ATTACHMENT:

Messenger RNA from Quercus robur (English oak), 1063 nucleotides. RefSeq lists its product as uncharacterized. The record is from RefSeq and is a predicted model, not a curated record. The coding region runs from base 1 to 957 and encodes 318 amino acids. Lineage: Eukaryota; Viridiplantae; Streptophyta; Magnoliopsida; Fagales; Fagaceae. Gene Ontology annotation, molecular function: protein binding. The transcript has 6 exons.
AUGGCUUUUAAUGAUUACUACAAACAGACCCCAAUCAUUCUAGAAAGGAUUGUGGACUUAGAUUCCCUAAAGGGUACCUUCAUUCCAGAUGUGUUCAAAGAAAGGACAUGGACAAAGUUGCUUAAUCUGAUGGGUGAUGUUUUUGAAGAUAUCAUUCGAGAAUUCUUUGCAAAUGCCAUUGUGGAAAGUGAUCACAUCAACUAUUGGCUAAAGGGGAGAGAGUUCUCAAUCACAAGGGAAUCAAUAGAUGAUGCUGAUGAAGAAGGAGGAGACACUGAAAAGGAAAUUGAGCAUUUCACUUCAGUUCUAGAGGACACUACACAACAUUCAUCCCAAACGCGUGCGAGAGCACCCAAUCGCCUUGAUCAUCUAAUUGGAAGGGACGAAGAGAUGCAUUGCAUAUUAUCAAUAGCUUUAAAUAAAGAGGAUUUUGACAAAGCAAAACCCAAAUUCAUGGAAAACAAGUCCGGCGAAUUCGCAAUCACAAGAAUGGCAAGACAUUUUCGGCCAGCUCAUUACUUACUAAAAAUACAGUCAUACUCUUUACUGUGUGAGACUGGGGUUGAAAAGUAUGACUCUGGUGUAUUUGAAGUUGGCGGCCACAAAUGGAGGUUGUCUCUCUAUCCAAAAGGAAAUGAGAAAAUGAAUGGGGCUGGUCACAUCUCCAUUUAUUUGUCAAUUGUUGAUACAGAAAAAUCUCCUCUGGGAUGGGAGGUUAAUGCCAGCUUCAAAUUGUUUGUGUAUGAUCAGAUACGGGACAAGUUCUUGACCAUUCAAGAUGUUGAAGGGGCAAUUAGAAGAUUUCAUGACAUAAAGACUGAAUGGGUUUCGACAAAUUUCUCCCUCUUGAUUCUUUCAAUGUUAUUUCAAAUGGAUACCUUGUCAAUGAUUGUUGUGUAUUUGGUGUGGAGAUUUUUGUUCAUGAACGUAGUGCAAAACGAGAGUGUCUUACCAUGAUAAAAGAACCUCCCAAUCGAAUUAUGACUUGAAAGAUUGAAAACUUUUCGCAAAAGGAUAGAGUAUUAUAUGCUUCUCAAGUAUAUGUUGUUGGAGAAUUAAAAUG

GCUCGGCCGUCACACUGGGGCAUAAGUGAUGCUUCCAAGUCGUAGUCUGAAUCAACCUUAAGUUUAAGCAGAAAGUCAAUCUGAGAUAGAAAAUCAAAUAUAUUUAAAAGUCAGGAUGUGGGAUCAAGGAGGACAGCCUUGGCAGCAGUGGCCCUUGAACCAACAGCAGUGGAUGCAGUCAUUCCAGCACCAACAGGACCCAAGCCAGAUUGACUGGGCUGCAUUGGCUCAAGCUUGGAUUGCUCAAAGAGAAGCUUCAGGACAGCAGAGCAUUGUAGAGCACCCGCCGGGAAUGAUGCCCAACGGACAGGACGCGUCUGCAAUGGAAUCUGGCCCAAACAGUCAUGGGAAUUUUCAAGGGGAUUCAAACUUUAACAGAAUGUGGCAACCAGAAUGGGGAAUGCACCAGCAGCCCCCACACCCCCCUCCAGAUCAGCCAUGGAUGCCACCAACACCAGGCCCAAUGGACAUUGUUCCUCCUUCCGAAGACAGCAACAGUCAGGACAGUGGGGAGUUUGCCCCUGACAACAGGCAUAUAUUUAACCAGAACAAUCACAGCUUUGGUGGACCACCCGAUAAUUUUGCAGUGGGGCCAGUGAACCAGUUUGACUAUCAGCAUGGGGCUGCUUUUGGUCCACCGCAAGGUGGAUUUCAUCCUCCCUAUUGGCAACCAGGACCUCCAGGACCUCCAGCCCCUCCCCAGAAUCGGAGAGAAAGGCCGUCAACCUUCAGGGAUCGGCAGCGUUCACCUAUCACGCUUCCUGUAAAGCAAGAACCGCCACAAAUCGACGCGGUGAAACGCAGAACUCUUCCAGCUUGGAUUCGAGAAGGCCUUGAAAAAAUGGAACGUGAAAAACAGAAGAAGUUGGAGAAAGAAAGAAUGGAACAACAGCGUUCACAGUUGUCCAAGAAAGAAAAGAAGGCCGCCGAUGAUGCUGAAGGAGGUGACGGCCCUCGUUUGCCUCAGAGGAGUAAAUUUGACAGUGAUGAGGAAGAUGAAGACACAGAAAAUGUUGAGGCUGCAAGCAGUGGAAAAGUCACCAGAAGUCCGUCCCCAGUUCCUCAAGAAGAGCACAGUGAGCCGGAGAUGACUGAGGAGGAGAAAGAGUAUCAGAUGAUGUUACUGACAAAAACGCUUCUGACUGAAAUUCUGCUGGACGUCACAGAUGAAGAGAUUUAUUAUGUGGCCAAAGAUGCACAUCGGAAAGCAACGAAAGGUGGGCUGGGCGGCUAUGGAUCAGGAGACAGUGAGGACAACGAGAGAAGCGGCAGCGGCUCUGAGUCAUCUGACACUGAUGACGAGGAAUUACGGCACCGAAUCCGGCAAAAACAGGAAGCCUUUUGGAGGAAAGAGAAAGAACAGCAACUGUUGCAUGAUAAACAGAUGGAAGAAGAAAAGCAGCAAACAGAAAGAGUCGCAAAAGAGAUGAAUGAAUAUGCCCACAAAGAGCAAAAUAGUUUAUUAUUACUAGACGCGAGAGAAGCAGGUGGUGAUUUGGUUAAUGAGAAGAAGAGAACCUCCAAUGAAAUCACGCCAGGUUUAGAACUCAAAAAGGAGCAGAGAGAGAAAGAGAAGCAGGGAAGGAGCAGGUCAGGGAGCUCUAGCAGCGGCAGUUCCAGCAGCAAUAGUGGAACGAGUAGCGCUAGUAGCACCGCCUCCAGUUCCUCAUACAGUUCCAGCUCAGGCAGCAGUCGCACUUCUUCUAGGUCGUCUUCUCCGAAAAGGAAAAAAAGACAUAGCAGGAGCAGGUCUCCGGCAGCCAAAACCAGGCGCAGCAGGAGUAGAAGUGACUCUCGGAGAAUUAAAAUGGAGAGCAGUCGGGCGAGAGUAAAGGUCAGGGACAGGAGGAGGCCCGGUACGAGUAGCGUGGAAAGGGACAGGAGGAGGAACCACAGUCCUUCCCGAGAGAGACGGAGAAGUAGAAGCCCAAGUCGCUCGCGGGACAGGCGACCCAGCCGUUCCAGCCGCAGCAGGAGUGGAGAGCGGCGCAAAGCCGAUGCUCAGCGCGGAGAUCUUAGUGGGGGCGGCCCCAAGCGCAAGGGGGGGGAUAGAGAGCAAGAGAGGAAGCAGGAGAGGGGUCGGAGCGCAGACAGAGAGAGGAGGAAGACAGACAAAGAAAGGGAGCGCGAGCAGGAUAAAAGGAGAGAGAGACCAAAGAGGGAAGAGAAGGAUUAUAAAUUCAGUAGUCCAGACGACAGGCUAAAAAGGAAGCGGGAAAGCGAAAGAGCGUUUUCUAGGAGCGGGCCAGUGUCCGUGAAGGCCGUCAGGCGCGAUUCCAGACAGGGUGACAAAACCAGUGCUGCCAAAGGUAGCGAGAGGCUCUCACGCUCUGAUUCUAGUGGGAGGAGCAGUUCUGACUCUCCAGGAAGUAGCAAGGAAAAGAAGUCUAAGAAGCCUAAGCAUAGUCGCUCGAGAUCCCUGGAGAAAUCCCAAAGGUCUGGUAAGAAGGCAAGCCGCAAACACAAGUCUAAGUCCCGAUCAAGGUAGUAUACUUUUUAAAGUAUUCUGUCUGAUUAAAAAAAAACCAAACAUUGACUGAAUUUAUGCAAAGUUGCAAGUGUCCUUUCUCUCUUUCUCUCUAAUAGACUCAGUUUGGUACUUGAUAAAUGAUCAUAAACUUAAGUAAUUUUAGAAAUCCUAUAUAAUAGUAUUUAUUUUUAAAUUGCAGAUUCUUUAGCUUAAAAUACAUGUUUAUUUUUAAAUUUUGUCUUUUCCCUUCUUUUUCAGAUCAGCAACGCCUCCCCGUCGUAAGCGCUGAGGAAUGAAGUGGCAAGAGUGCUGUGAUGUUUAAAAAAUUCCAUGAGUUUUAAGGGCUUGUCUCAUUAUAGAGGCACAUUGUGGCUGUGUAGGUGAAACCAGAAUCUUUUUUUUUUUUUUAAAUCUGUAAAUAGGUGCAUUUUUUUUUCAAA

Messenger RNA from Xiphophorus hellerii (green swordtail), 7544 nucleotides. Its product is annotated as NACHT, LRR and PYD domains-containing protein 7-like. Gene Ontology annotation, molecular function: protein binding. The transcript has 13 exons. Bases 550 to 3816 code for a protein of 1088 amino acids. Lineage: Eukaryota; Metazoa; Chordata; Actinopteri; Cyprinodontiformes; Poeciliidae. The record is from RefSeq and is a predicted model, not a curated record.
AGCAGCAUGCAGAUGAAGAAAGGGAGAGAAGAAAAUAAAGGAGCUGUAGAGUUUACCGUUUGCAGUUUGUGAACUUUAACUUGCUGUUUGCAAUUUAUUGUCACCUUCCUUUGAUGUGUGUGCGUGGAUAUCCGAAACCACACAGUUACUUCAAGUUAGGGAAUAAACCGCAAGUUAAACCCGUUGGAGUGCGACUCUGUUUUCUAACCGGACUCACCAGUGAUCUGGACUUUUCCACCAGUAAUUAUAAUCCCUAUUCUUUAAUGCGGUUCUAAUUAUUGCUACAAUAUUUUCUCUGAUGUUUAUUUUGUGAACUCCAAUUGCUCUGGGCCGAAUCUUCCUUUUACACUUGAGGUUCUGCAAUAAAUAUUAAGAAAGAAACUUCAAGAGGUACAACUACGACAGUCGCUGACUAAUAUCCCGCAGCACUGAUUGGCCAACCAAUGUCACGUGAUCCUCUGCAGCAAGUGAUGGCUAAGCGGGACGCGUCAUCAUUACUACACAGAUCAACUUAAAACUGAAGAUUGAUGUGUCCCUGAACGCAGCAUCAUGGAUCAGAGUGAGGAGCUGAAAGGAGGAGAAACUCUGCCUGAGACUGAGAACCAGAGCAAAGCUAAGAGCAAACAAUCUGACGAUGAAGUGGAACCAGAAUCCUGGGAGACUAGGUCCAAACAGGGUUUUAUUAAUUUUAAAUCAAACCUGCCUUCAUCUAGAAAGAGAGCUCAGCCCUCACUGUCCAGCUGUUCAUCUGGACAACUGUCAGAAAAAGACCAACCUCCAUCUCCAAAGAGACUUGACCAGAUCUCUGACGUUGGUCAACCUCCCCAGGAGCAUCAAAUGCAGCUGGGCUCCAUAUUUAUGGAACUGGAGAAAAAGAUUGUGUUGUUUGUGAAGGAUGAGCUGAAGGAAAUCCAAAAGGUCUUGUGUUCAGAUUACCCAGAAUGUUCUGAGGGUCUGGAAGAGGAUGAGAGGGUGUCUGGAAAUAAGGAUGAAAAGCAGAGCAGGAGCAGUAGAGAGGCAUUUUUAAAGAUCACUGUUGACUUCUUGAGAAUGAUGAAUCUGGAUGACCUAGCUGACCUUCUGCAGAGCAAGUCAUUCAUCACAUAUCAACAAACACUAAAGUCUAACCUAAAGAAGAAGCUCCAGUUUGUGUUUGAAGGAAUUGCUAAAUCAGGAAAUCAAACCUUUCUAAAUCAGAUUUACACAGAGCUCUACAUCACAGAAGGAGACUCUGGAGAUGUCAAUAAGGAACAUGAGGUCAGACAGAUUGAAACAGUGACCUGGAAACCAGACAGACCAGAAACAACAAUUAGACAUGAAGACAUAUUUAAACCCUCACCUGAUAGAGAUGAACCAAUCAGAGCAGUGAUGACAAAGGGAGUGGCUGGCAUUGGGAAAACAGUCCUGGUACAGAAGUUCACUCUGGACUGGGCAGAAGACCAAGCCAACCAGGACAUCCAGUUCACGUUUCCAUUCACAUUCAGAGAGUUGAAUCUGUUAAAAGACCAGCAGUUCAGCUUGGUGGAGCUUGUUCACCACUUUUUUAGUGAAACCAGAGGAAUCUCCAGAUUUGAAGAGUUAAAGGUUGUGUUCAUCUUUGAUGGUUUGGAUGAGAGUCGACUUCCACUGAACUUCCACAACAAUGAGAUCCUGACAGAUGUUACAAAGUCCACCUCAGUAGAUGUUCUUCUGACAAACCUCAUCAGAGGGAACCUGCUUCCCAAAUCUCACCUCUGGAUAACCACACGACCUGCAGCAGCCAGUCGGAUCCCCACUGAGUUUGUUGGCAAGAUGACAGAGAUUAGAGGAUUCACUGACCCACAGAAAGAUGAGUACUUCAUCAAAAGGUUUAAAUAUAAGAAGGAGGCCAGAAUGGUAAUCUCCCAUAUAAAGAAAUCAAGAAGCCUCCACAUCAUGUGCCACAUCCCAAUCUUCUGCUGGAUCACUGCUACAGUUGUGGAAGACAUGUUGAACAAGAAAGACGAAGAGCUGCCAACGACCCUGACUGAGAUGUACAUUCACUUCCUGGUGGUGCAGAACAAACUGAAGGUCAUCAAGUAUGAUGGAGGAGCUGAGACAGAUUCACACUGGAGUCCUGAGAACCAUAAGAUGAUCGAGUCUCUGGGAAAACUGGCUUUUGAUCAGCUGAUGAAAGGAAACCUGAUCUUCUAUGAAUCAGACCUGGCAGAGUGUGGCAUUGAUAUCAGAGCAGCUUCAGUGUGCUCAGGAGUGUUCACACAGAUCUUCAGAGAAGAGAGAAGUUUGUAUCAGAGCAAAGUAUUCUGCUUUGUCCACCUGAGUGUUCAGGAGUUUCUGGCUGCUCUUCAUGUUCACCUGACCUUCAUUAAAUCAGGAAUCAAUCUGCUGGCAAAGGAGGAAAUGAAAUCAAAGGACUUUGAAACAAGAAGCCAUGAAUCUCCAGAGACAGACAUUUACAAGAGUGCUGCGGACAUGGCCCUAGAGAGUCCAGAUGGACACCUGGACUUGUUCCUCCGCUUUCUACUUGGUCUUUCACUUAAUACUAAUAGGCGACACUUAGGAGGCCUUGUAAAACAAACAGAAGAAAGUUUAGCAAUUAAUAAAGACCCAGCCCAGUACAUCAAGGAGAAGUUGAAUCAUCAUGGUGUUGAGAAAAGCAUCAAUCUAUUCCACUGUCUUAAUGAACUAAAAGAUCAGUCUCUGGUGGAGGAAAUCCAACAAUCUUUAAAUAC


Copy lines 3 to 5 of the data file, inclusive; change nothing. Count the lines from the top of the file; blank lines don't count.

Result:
GCUCGGCCGUCACACUGGGGCAUAAGUGAUGCUUCCAAGUCGUAGUCUGAAUCAACCUUAAGUUUAAGCAGAAAGUCAAUCUGAGAUAGAAAAUCAAAUAUAUUUAAAAGUCAGGAUGUGGGAUCAAGGAGGACAGCCUUGGCAGCAGUGGCCCUUGAACCAACAGCAGUGGAUGCAGUCAUUCCAGCACCAACAGGACCCAAGCCAGAUUGACUGGGCUGCAUUGGCUCAAGCUUGGAUUGCUCAAAGAGAAGCUUCAGGACAGCAGAGCAUUGUAGAGCACCCGCCGGGAAUGAUGCCCAACGGACAGGACGCGUCUGCAAUGGAAUCUGGCCCAAACAGUCAUGGGAAUUUUCAAGGGGAUUCAAACUUUAACAGAAUGUGGCAACCAGAAUGGGGAAUGCACCAGCAGCCCCCACACCCCCCUCCAGAUCAGCCAUGGAUGCCACCAACACCAGGCCCAAUGGACAUUGUUCCUCCUUCCGAAGACAGCAACAGUCAGGACAGUGGGGAGUUUGCCCCUGACAACAGGCAUAUAUUUAACCAGAACAAUCACAGCUUUGGUGGACCACCCGAUAAUUUUGCAGUGGGGCCAGUGAACCAGUUUGACUAUCAGCAUGGGGCUGCUUUUGGUCCACCGCAAGGUGGAUUUCAUCCUCCCUAUUGGCAACCAGGACCUCCAGGACCUCCAGCCCCUCCCCAGAAUCGGAGAGAAAGGCCGUCAACCUUCAGGGAUCGGCAGCGUUCACCUAUCACGCUUCCUGUAAAGCAAGAACCGCCACAAAUCGACGCGGUGAAACGCAGAACUCUUCCAGCUUGGAUUCGAGAAGGCCUUGAAAAAAUGGAACGUGAAAAACAGAAGAAGUUGGAGAAAGAAAGAAUGGAACAACAGCGUUCACAGUUGUCCAAGAAAGAAAAGAAGGCCGCCGAUGAUGCUGAAGGAGGUGACGGCCCUCGUUUGCCUCAGAGGAGUAAAUUUGACAGUGAUGAGGAAGAUGAAGACACAGAAAAUGUUGAGGCUGCAAGCAGUGGAAAAGUCACCAGAAGUCCGUCCCCAGUUCCUCAAGAAGAGCACAGUGAGCCGGAGAUGACUGAGGAGGAGAAAGAGUAUCAGAUGAUGUUACUGACAAAAACGCUUCUGACUGAAAUUCUGCUGGACGUCACAGAUGAAGAGAUUUAUUAUGUGGCCAAAGAUGCACAUCGGAAAGCAACGAAAGGUGGGCUGGGCGGCUAUGGAUCAGGAGACAGUGAGGACAACGAGAGAAGCGGCAGCGGCUCUGAGUCAUCUGACACUGAUGACGAGGAAUUACGGCACCGAAUCCGGCAAAAACAGGAAGCCUUUUGGAGGAAAGAGAAAGAACAGCAACUGUUGCAUGAUAAACAGAUGGAAGAAGAAAAGCAGCAAACAGAAAGAGUCGCAAAAGAGAUGAAUGAAUAUGCCCACAAAGAGCAAAAUAGUUUAUUAUUACUAGACGCGAGAGAAGCAGGUGGUGAUUUGGUUAAUGAGAAGAAGAGAACCUCCAAUGAAAUCACGCCAGGUUUAGAACUCAAAAAGGAGCAGAGAGAGAAAGAGAAGCAGGGAAGGAGCAGGUCAGGGAGCUCUAGCAGCGGCAGUUCCAGCAGCAAUAGUGGAACGAGUAGCGCUAGUAGCACCGCCUCCAGUUCCUCAUACAGUUCCAGCUCAGGCAGCAGUCGCACUUCUUCUAGGUCGUCUUCUCCGAAAAGGAAAAAAAGACAUAGCAGGAGCAGGUCUCCGGCAGCCAAAACCAGGCGCAGCAGGAGUAGAAGUGACUCUCGGAGAAUUAAAAUGGAGAGCAGUCGGGCGAGAGUAAAGGUCAGGGACAGGAGGAGGCCCGGUACGAGUAGCGUGGAAAGGGACAGGAGGAGGAACCACAGUCCUUCCCGAGAGAGACGGAGAAGUAGAAGCCCAAGUCGCUCGCGGGACAGGCGACCCAGCCGUUCCAGCCGCAGCAGGAGUGGAGAGCGGCGCAAAGCCGAUGCUCAGCGCGGAGAUCUUAGUGGGGGCGGCCCCAAGCGCAAGGGGGGGGAUAGAGAGCAAGAGAGGAAGCAGGAGAGGGGUCGGAGCGCAGACAGAGAGAGGAGGAAGACAGACAAAGAAAGGGAGCGCGAGCAGGAUAAAAGGAGAGAGAGACCAAAGAGGGAAGAGAAGGAUUAUAAAUUCAGUAGUCCAGACGACAGGCUAAAAAGGAAGCGGGAAAGCGAAAGAGCGUUUUCUAGGAGCGGGCCAGUGUCCGUGAAGGCCGUCAGGCGCGAUUCCAGACAGGGUGACAAAACCAGUGCUGCCAAAGGUAGCGAGAGGCUCUCACGCUCUGAUUCUAGUGGGAGGAGCAGUUCUGACUCUCCAGGAAGUAGCAAGGAAAAGAAGUCUAAGAAGCCUAAGCAUAGUCGCUCGAGAUCCCUGGAGAAAUCCCAAAGGUCUGGUAAGAAGGCAAGCCGCAAACACAAGUCUAAGUCCCGAUCAAGGUAGUAUACUUUUUAAAGUAUUCUGUCUGAUUAAAAAAAAACCAAACAUUGACUGAAUUUAUGCAAAGUUGCAAGUGUCCUUUCUCUCUUUCUCUCUAAUAGACUCAGUUUGGUACUUGAUAAAUGAUCAUAAACUUAAGUAAUUUUAGAAAUCCUAUAUAAUAGUAUUUAUUUUUAAAUUGCAGAUUCUUUAGCUUAAAAUACAUGUUUAUUUUUAAAUUUUGUCUUUUCCCUUCUUUUUCAGAUCAGCAACGCCUCCCCGUCGUAAGCGCUGAGGAAUGAAGUGGCAAGAGUGCUGUGAUGUUUAAAAAAUUCCAUGAGUUUUAAGGGCUUGUCUCAUUAUAGAGGCACAUUGUGGCUGUGUAGGUGAAACCAGAAUCUUUUUUUUUUUUUUAAAUCUGUAAAUAGGUGCAUUUUUUUUUCAAA

Messenger RNA from Xiphophorus hellerii (green swordtail), 7544 nucleotides. Its product is annotated as NACHT, LRR and PYD domains-containing protein 7-like. Gene Ontology annotation, molecular function: protein binding. The transcript has 13 exons. Bases 550 to 3816 code for a protein of 1088 amino acids. Lineage: Eukaryota; Metazoa; Chordata; Actinopteri; Cyprinodontiformes; Poeciliidae. The record is from RefSeq and is a predicted model, not a curated record.
AGCAGCAUGCAGAUGAAGAAAGGGAGAGAAGAAAAUAAAGGAGCUGUAGAGUUUACCGUUUGCAGUUUGUGAACUUUAACUUGCUGUUUGCAAUUUAUUGUCACCUUCCUUUGAUGUGUGUGCGUGGAUAUCCGAAACCACACAGUUACUUCAAGUUAGGGAAUAAACCGCAAGUUAAACCCGUUGGAGUGCGACUCUGUUUUCUAACCGGACUCACCAGUGAUCUGGACUUUUCCACCAGUAAUUAUAAUCCCUAUUCUUUAAUGCGGUUCUAAUUAUUGCUACAAUAUUUUCUCUGAUGUUUAUUUUGUGAACUCCAAUUGCUCUGGGCCGAAUCUUCCUUUUACACUUGAGGUUCUGCAAUAAAUAUUAAGAAAGAAACUUCAAGAGGUACAACUACGACAGUCGCUGACUAAUAUCCCGCAGCACUGAUUGGCCAACCAAUGUCACGUGAUCCUCUGCAGCAAGUGAUGGCUAAGCGGGACGCGUCAUCAUUACUACACAGAUCAACUUAAAACUGAAGAUUGAUGUGUCCCUGAACGCAGCAUCAUGGAUCAGAGUGAGGAGCUGAAAGGAGGAGAAACUCUGCCUGAGACUGAGAACCAGAGCAAAGCUAAGAGCAAACAAUCUGACGAUGAAGUGGAACCAGAAUCCUGGGAGACUAGGUCCAAACAGGGUUUUAUUAAUUUUAAAUCAAACCUGCCUUCAUCUAGAAAGAGAGCUCAGCCCUCACUGUCCAGCUGUUCAUCUGGACAACUGUCAGAAAAAGACCAACCUCCAUCUCCAAAGAGACUUGACCAGAUCUCUGACGUUGGUCAACCUCCCCAGGAGCAUCAAAUGCAGCUGGGCUCCAUAUUUAUGGAACUGGAGAAAAAGAUUGUGUUGUUUGUGAAGGAUGAGCUGAAGGAAAUCCAAAAGGUCUUGUGUUCAGAUUACCCAGAAUGUUCUGAGGGUCUGGAAGAGGAUGAGAGGGUGUCUGGAAAUAAGGAUGAAAAGCAGAGCAGGAGCAGUAGAGAGGCAUUUUUAAAGAUCACUGUUGACUUCUUGAGAAUGAUGAAUCUGGAUGACCUAGCUGACCUUCUGCAGAGCAAGUCAUUCAUCACAUAUCAACAAACACUAAAGUCUAACCUAAAGAAGAAGCUCCAGUUUGUGUUUGAAGGAAUUGCUAAAUCAGGAAAUCAAACCUUUCUAAAUCAGAUUUACACAGAGCUCUACAUCACAGAAGGAGACUCUGGAGAUGUCAAUAAGGAACAUGAGGUCAGACAGAUUGAAACAGUGACCUGGAAACCAGACAGACCAGAAACAACAAUUAGACAUGAAGACAUAUUUAAACCCUCACCUGAUAGAGAUGAACCAAUCAGAGCAGUGAUGACAAAGGGAGUGGCUGGCAUUGGGAAAACAGUCCUGGUACAGAAGUUCACUCUGGACUGGGCAGAAGACCAAGCCAACCAGGACAUCCAGUUCACGUUUCCAUUCACAUUCAGAGAGUUGAAUCUGUUAAAAGACCAGCAGUUCAGCUUGGUGGAGCUUGUUCACCACUUUUUUAGUGAAACCAGAGGAAUCUCCAGAUUUGAAGAGUUAAAGGUUGUGUUCAUCUUUGAUGGUUUGGAUGAGAGUCGACUUCCACUGAACUUCCACAACAAUGAGAUCCUGACAGAUGUUACAAAGUCCACCUCAGUAGAUGUUCUUCUGACAAACCUCAUCAGAGGGAACCUGCUUCCCAAAUCUCACCUCUGGAUAACCACACGACCUGCAGCAGCCAGUCGGAUCCCCACUGAGUUUGUUGGCAAGAUGACAGAGAUUAGAGGAUUCACUGACCCACAGAAAGAUGAGUACUUCAUCAAAAGGUUUAAAUAUAAGAAGGAGGCCAGAAUGGUAAUCUCCCAUAUAAAGAAAUCAAGAAGCCUCCACAUCAUGUGCCACAUCCCAAUCUUCUGCUGGAUCACUGCUACAGUUGUGGAAGACAUGUUGAACAAGAAAGACGAAGAGCUGCCAACGACCCUGACUGAGAUGUACAUUCACUUCCUGGUGGUGCAGAACAAACUGAAGGUCAUCAAGUAUGAUGGAGGAGCUGAGACAGAUUCACACUGGAGUCCUGAGAACCAUAAGAUGAUCGAGUCUCUGGGAAAACUGGCUUUUGAUCAGCUGAUGAAAGGAAACCUGAUCUUCUAUGAAUCAGACCUGGCAGAGUGUGGCAUUGAUAUCAGAGCAGCUUCAGUGUGCUCAGGAGUGUUCACACAGAUCUUCAGAGAAGAGAGAAGUUUGUAUCAGAGCAAAGUAUUCUGCUUUGUCCACCUGAGUGUUCAGGAGUUUCUGGCUGCUCUUCAUGUUCACCUGACCUUCAUUAAAUCAGGAAUCAAUCUGCUGGCAAAGGAGGAAAUGAAAUCAAAGGACUUUGAAACAAGAAGCCAUGAAUCUCCAGAGACAGACAUUUACAAGAGUGCUGCGGACAUGGCCCUAGAGAGUCCAGAUGGACACCUGGACUUGUUCCUCCGCUUUCUACUUGGUCUUUCACUUAAUACUAAUAGGCGACACUUAGGAGGCCUUGUAAAACAAACAGAAGAAAGUUUAGCAAUUAAUAAAGACCCAGCCCAGUACAUCAAGGAGAAGUUGAAUCAUCAUGGUGUUGAGAAAAGCAUCAAUCUAUUCCACUGUCUUAAUGAACUAAAAGAUCAGUCUCUGGUGGAGGAAAUCCAACAAUCUUUAAAUAC